Slayer - Christ Illusion 08.11.06 (American Recordings) Keith Boyd
In a perfect world, the band Slayer wouldn't exist. Thankfully, this isn't a perfect world, and we've had years of their unique brand of their aural carnage to enjoy. There is something undeniably ugly and wrong with Slayer. Since the early 80's, they have been mining the depths for inspiration and coming up with some sticky black mess. Their sound is a condensed and leering amalgam of thrash, punk, and heavy metal. They play with a ferocious intensity that, while sounding explosive and blasting, is underpinned by technical virtuosity. Lyrically, we're usually served up a smattering of dark images and musings from the twisted minds of Tom Araya and Kerry King. While often the lyrics and themes are cartoonish and immature, their delivery is stone-cold scary.
I suppose that Slayer is a love-them or hate-them type of proposition. Perhaps, however, they are more of an acquired taste. If that's so, I guess you could say I've acquired it. While breaking no new ground, their latest release, Christ Illusion, manages to tighten up their attack and keep it relevant in the constantly mutating world of rock music.
On this album, we have Slayer back with their original lineup for the first time in many years. The tightness of the songs is a thing to behold. It's a blackened straightjacket of sound that binds you at the first note and never really lets go. Songs like "Flesh Storm" exude a powerful and savage grace that repulse as they attract. The monstrous and sawing guitar runs of Jeff Hanneman and Kerry King simply defy explanation. The whole thing is a long and pummeling ride.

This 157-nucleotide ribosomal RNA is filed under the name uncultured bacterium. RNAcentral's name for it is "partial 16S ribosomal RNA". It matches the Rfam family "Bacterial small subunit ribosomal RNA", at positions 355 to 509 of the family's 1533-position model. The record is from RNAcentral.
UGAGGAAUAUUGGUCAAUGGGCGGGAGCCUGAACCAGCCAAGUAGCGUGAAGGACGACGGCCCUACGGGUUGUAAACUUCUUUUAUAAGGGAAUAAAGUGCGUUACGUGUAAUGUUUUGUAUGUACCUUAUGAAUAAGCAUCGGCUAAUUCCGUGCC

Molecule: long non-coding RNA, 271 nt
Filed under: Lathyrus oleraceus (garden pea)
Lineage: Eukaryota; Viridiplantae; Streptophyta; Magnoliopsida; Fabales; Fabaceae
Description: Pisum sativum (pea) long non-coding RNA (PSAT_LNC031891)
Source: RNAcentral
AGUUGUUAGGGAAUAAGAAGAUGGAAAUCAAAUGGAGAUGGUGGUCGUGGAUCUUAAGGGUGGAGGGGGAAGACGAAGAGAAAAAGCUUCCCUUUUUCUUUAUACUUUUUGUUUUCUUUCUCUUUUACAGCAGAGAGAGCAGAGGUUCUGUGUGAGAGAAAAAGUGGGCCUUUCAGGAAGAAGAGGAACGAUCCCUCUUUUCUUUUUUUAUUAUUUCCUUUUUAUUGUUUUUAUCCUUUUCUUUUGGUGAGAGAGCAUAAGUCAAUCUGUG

Some may question the need for yet another Slayer album, the thought being that by now we've heard all they have to say, and any further utterance would tend towards self parody. I think that misses the point though. As vulgar and crude as they may come across, Slayer are still charging on as standard-bearers in the ongoing struggle we all face with authority and conformity. Their lyrics and music are bristling burrs in the side of everything most "decent" people hold dear. They take shots at the government ("Consfearacy"), the horrid war in Iraq ("Eyes of the Insane"), and the corrosive hand of authority ("Cult"). So instead of questioning the need for or value of yet another album from Slayer, it ought to be cause for celebration. On the one hand, it's a wonder, given their hard-partying ways, that the band members are all still alive and on top of their musical game. On the other, it's great that they're still out there, calling a spade a spade and screaming at the masses.